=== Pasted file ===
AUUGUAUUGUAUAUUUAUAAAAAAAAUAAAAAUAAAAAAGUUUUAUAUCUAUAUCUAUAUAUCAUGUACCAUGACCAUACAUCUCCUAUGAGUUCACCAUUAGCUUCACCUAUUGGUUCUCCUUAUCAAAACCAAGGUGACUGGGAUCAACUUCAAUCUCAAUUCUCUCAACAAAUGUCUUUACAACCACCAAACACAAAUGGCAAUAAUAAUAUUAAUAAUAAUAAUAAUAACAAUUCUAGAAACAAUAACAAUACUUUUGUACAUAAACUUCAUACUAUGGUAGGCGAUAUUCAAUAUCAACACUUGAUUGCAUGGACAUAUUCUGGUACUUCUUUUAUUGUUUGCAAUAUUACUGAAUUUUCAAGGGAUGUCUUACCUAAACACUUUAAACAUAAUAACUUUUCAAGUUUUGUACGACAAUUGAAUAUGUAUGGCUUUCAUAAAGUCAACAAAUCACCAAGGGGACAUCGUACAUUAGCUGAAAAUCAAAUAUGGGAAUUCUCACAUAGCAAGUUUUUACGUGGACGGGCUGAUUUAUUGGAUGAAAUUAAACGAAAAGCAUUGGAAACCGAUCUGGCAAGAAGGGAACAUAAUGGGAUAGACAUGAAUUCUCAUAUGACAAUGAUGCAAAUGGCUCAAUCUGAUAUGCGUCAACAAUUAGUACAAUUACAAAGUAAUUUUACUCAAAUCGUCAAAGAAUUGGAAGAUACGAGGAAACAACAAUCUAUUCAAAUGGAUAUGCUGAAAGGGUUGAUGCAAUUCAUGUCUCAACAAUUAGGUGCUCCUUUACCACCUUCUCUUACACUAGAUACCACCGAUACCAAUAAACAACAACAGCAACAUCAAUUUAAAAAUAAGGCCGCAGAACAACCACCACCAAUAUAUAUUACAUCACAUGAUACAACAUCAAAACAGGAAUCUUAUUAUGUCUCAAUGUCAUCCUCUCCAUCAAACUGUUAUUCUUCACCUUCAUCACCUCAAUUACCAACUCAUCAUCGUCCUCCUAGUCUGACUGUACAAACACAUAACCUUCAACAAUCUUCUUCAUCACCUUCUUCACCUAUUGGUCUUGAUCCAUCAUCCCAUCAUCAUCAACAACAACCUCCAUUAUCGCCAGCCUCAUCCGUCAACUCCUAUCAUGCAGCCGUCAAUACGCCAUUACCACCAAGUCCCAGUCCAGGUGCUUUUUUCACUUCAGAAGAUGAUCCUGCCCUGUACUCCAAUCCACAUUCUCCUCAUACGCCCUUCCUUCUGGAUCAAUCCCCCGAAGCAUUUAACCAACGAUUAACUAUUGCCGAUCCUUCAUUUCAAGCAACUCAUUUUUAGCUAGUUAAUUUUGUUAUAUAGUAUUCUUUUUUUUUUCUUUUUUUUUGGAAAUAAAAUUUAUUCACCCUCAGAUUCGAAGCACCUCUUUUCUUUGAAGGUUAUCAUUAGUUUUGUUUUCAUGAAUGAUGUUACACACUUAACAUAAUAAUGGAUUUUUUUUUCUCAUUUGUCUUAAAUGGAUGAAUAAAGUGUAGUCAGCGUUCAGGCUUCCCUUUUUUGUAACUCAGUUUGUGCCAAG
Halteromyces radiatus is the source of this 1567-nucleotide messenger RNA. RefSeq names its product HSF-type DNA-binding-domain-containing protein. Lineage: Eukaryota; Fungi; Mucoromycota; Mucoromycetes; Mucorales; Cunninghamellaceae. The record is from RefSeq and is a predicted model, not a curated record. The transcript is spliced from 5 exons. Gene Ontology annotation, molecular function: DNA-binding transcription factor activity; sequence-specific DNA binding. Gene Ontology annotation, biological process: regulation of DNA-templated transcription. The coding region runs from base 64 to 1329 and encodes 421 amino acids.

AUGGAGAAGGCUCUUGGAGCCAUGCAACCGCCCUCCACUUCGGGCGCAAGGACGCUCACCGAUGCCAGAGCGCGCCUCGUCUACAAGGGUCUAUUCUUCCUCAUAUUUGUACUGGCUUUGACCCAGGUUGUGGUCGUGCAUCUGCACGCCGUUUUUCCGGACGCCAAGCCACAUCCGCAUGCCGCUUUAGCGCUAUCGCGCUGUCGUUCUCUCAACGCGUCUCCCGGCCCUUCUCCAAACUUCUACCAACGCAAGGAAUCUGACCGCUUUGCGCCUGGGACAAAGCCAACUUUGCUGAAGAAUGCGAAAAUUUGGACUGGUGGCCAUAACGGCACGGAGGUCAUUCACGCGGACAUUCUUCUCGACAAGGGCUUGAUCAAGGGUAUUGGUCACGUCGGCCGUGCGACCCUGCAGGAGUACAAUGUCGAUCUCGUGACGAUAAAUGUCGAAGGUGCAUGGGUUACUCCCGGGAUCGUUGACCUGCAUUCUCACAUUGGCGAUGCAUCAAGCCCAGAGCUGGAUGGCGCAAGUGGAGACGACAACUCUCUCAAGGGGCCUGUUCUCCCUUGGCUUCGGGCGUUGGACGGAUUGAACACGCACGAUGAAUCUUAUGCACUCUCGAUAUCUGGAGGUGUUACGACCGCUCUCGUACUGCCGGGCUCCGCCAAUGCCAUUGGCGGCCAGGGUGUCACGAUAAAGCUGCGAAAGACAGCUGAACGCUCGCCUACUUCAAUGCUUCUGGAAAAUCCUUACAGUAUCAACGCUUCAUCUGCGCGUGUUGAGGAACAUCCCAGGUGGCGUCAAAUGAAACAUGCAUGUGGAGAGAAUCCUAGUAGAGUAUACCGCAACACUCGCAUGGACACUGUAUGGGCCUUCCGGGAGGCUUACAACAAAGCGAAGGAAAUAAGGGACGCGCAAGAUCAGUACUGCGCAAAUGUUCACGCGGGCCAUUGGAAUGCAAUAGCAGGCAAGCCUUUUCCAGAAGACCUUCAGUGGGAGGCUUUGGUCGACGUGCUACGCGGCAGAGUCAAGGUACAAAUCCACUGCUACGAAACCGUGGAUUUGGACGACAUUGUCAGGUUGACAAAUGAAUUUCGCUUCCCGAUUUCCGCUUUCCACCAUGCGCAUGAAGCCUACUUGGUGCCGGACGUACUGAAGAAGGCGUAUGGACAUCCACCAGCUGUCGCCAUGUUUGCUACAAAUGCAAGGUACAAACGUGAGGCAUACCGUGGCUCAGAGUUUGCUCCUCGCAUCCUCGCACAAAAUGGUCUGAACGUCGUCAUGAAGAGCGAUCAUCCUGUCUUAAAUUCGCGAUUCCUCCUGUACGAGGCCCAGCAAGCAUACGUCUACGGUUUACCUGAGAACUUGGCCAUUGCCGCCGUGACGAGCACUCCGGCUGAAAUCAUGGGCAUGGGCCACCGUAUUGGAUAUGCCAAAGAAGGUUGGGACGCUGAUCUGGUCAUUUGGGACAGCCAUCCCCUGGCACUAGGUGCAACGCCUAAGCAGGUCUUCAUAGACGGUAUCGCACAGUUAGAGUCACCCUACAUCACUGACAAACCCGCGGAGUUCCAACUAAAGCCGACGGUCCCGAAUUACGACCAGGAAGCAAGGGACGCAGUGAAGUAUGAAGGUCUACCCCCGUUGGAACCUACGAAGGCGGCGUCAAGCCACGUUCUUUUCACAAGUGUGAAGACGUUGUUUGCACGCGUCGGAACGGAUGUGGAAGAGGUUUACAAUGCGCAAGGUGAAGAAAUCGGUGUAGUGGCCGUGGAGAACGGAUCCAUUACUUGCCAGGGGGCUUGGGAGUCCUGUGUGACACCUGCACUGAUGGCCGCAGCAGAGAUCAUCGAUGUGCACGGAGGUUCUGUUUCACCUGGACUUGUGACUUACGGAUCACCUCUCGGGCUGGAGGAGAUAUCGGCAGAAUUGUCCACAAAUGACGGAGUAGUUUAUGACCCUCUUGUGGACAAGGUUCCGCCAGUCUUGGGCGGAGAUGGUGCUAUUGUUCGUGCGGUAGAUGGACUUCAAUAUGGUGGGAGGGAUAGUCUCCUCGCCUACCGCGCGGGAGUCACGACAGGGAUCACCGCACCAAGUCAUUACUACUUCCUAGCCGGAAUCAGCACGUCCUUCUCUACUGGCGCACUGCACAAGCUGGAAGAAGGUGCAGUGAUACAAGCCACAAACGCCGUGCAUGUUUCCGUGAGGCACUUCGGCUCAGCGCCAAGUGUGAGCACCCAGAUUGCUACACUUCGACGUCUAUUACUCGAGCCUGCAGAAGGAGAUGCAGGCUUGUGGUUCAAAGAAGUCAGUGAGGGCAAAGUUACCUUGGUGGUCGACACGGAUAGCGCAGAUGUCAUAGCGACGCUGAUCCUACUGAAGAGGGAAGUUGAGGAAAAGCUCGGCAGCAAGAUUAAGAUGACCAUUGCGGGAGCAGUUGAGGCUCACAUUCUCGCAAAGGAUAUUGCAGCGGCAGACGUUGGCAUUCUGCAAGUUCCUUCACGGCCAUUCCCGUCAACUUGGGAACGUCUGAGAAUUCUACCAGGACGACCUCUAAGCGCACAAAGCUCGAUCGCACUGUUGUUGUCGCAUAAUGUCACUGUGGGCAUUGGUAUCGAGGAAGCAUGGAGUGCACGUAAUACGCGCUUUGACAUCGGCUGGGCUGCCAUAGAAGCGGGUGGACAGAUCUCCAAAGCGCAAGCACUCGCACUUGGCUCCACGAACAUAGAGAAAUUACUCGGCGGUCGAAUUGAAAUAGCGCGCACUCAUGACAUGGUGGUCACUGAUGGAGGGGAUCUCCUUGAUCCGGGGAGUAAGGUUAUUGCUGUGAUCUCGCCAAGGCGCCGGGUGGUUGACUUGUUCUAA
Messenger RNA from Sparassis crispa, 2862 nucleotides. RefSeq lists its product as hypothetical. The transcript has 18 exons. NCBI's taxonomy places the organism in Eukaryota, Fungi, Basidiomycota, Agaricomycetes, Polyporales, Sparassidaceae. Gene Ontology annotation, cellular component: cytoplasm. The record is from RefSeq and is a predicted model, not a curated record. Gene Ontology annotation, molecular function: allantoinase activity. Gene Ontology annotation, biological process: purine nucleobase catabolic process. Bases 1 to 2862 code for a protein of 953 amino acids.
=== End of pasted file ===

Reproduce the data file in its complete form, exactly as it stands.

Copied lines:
AUUGUAUUGUAUAUUUAUAAAAAAAAUAAAAAUAAAAAAGUUUUAUAUCUAUAUCUAUAUAUCAUGUACCAUGACCAUACAUCUCCUAUGAGUUCACCAUUAGCUUCACCUAUUGGUUCUCCUUAUCAAAACCAAGGUGACUGGGAUCAACUUCAAUCUCAAUUCUCUCAACAAAUGUCUUUACAACCACCAAACACAAAUGGCAAUAAUAAUAUUAAUAAUAAUAAUAAUAACAAUUCUAGAAACAAUAACAAUACUUUUGUACAUAAACUUCAUACUAUGGUAGGCGAUAUUCAAUAUCAACACUUGAUUGCAUGGACAUAUUCUGGUACUUCUUUUAUUGUUUGCAAUAUUACUGAAUUUUCAAGGGAUGUCUUACCUAAACACUUUAAACAUAAUAACUUUUCAAGUUUUGUACGACAAUUGAAUAUGUAUGGCUUUCAUAAAGUCAACAAAUCACCAAGGGGACAUCGUACAUUAGCUGAAAAUCAAAUAUGGGAAUUCUCACAUAGCAAGUUUUUACGUGGACGGGCUGAUUUAUUGGAUGAAAUUAAACGAAAAGCAUUGGAAACCGAUCUGGCAAGAAGGGAACAUAAUGGGAUAGACAUGAAUUCUCAUAUGACAAUGAUGCAAAUGGCUCAAUCUGAUAUGCGUCAACAAUUAGUACAAUUACAAAGUAAUUUUACUCAAAUCGUCAAAGAAUUGGAAGAUACGAGGAAACAACAAUCUAUUCAAAUGGAUAUGCUGAAAGGGUUGAUGCAAUUCAUGUCUCAACAAUUAGGUGCUCCUUUACCACCUUCUCUUACACUAGAUACCACCGAUACCAAUAAACAACAACAGCAACAUCAAUUUAAAAAUAAGGCCGCAGAACAACCACCACCAAUAUAUAUUACAUCACAUGAUACAACAUCAAAACAGGAAUCUUAUUAUGUCUCAAUGUCAUCCUCUCCAUCAAACUGUUAUUCUUCACCUUCAUCACCUCAAUUACCAACUCAUCAUCGUCCUCCUAGUCUGACUGUACAAACACAUAACCUUCAACAAUCUUCUUCAUCACCUUCUUCACCUAUUGGUCUUGAUCCAUCAUCCCAUCAUCAUCAACAACAACCUCCAUUAUCGCCAGCCUCAUCCGUCAACUCCUAUCAUGCAGCCGUCAAUACGCCAUUACCACCAAGUCCCAGUCCAGGUGCUUUUUUCACUUCAGAAGAUGAUCCUGCCCUGUACUCCAAUCCACAUUCUCCUCAUACGCCCUUCCUUCUGGAUCAAUCCCCCGAAGCAUUUAACCAACGAUUAACUAUUGCCGAUCCUUCAUUUCAAGCAACUCAUUUUUAGCUAGUUAAUUUUGUUAUAUAGUAUUCUUUUUUUUUUCUUUUUUUUUGGAAAUAAAAUUUAUUCACCCUCAGAUUCGAAGCACCUCUUUUCUUUGAAGGUUAUCAUUAGUUUUGUUUUCAUGAAUGAUGUUACACACUUAACAUAAUAAUGGAUUUUUUUUUCUCAUUUGUCUUAAAUGGAUGAAUAAAGUGUAGUCAGCGUUCAGGCUUCCCUUUUUUGUAACUCAGUUUGUGCCAAG
Halteromyces radiatus is the source of this 1567-nucleotide messenger RNA. RefSeq names its product HSF-type DNA-binding-domain-containing protein. Lineage: Eukaryota; Fungi; Mucoromycota; Mucoromycetes; Mucorales; Cunninghamellaceae. The record is from RefSeq and is a predicted model, not a curated record. The transcript is spliced from 5 exons. Gene Ontology annotation, molecular function: DNA-binding transcription factor activity; sequence-specific DNA binding. Gene Ontology annotation, biological process: regulation of DNA-templated transcription. The coding region runs from base 64 to 1329 and encodes 421 amino acids.

AUGGAGAAGGCUCUUGGAGCCAUGCAACCGCCCUCCACUUCGGGCGCAAGGACGCUCACCGAUGCCAGAGCGCGCCUCGUCUACAAGGGUCUAUUCUUCCUCAUAUUUGUACUGGCUUUGACCCAGGUUGUGGUCGUGCAUCUGCACGCCGUUUUUCCGGACGCCAAGCCACAUCCGCAUGCCGCUUUAGCGCUAUCGCGCUGUCGUUCUCUCAACGCGUCUCCCGGCCCUUCUCCAAACUUCUACCAACGCAAGGAAUCUGACCGCUUUGCGCCUGGGACAAAGCCAACUUUGCUGAAGAAUGCGAAAAUUUGGACUGGUGGCCAUAACGGCACGGAGGUCAUUCACGCGGACAUUCUUCUCGACAAGGGCUUGAUCAAGGGUAUUGGUCACGUCGGCCGUGCGACCCUGCAGGAGUACAAUGUCGAUCUCGUGACGAUAAAUGUCGAAGGUGCAUGGGUUACUCCCGGGAUCGUUGACCUGCAUUCUCACAUUGGCGAUGCAUCAAGCCCAGAGCUGGAUGGCGCAAGUGGAGACGACAACUCUCUCAAGGGGCCUGUUCUCCCUUGGCUUCGGGCGUUGGACGGAUUGAACACGCACGAUGAAUCUUAUGCACUCUCGAUAUCUGGAGGUGUUACGACCGCUCUCGUACUGCCGGGCUCCGCCAAUGCCAUUGGCGGCCAGGGUGUCACGAUAAAGCUGCGAAAGACAGCUGAACGCUCGCCUACUUCAAUGCUUCUGGAAAAUCCUUACAGUAUCAACGCUUCAUCUGCGCGUGUUGAGGAACAUCCCAGGUGGCGUCAAAUGAAACAUGCAUGUGGAGAGAAUCCUAGUAGAGUAUACCGCAACACUCGCAUGGACACUGUAUGGGCCUUCCGGGAGGCUUACAACAAAGCGAAGGAAAUAAGGGACGCGCAAGAUCAGUACUGCGCAAAUGUUCACGCGGGCCAUUGGAAUGCAAUAGCAGGCAAGCCUUUUCCAGAAGACCUUCAGUGGGAGGCUUUGGUCGACGUGCUACGCGGCAGAGUCAAGGUACAAAUCCACUGCUACGAAACCGUGGAUUUGGACGACAUUGUCAGGUUGACAAAUGAAUUUCGCUUCCCGAUUUCCGCUUUCCACCAUGCGCAUGAAGCCUACUUGGUGCCGGACGUACUGAAGAAGGCGUAUGGACAUCCACCAGCUGUCGCCAUGUUUGCUACAAAUGCAAGGUACAAACGUGAGGCAUACCGUGGCUCAGAGUUUGCUCCUCGCAUCCUCGCACAAAAUGGUCUGAACGUCGUCAUGAAGAGCGAUCAUCCUGUCUUAAAUUCGCGAUUCCUCCUGUACGAGGCCCAGCAAGCAUACGUCUACGGUUUACCUGAGAACUUGGCCAUUGCCGCCGUGACGAGCACUCCGGCUGAAAUCAUGGGCAUGGGCCACCGUAUUGGAUAUGCCAAAGAAGGUUGGGACGCUGAUCUGGUCAUUUGGGACAGCCAUCCCCUGGCACUAGGUGCAACGCCUAAGCAGGUCUUCAUAGACGGUAUCGCACAGUUAGAGUCACCCUACAUCACUGACAAACCCGCGGAGUUCCAACUAAAGCCGACGGUCCCGAAUUACGACCAGGAAGCAAGGGACGCAGUGAAGUAUGAAGGUCUACCCCCGUUGGAACCUACGAAGGCGGCGUCAAGCCACGUUCUUUUCACAAGUGUGAAGACGUUGUUUGCACGCGUCGGAACGGAUGUGGAAGAGGUUUACAAUGCGCAAGGUGAAGAAAUCGGUGUAGUGGCCGUGGAGAACGGAUCCAUUACUUGCCAGGGGGCUUGGGAGUCCUGUGUGACACCUGCACUGAUGGCCGCAGCAGAGAUCAUCGAUGUGCACGGAGGUUCUGUUUCACCUGGACUUGUGACUUACGGAUCACCUCUCGGGCUGGAGGAGAUAUCGGCAGAAUUGUCCACAAAUGACGGAGUAGUUUAUGACCCUCUUGUGGACAAGGUUCCGCCAGUCUUGGGCGGAGAUGGUGCUAUUGUUCGUGCGGUAGAUGGACUUCAAUAUGGUGGGAGGGAUAGUCUCCUCGCCUACCGCGCGGGAGUCACGACAGGGAUCACCGCACCAAGUCAUUACUACUUCCUAGCCGGAAUCAGCACGUCCUUCUCUACUGGCGCACUGCACAAGCUGGAAGAAGGUGCAGUGAUACAAGCCACAAACGCCGUGCAUGUUUCCGUGAGGCACUUCGGCUCAGCGCCAAGUGUGAGCACCCAGAUUGCUACACUUCGACGUCUAUUACUCGAGCCUGCAGAAGGAGAUGCAGGCUUGUGGUUCAAAGAAGUCAGUGAGGGCAAAGUUACCUUGGUGGUCGACACGGAUAGCGCAGAUGUCAUAGCGACGCUGAUCCUACUGAAGAGGGAAGUUGAGGAAAAGCUCGGCAGCAAGAUUAAGAUGACCAUUGCGGGAGCAGUUGAGGCUCACAUUCUCGCAAAGGAUAUUGCAGCGGCAGACGUUGGCAUUCUGCAAGUUCCUUCACGGCCAUUCCCGUCAACUUGGGAACGUCUGAGAAUUCUACCAGGACGACCUCUAAGCGCACAAAGCUCGAUCGCACUGUUGUUGUCGCAUAAUGUCACUGUGGGCAUUGGUAUCGAGGAAGCAUGGAGUGCACGUAAUACGCGCUUUGACAUCGGCUGGGCUGCCAUAGAAGCGGGUGGACAGAUCUCCAAAGCGCAAGCACUCGCACUUGGCUCCACGAACAUAGAGAAAUUACUCGGCGGUCGAAUUGAAAUAGCGCGCACUCAUGACAUGGUGGUCACUGAUGGAGGGGAUCUCCUUGAUCCGGGGAGUAAGGUUAUUGCUGUGAUCUCGCCAAGGCGCCGGGUGGUUGACUUGUUCUAA
Messenger RNA from Sparassis crispa, 2862 nucleotides. RefSeq lists its product as hypothetical. The transcript has 18 exons. NCBI's taxonomy places the organism in Eukaryota, Fungi, Basidiomycota, Agaricomycetes, Polyporales, Sparassidaceae. Gene Ontology annotation, cellular component: cytoplasm. The record is from RefSeq and is a predicted model, not a curated record. Gene Ontology annotation, molecular function: allantoinase activity. Gene Ontology annotation, biological process: purine nucleobase catabolic process. Bases 1 to 2862 code for a protein of 953 amino acids.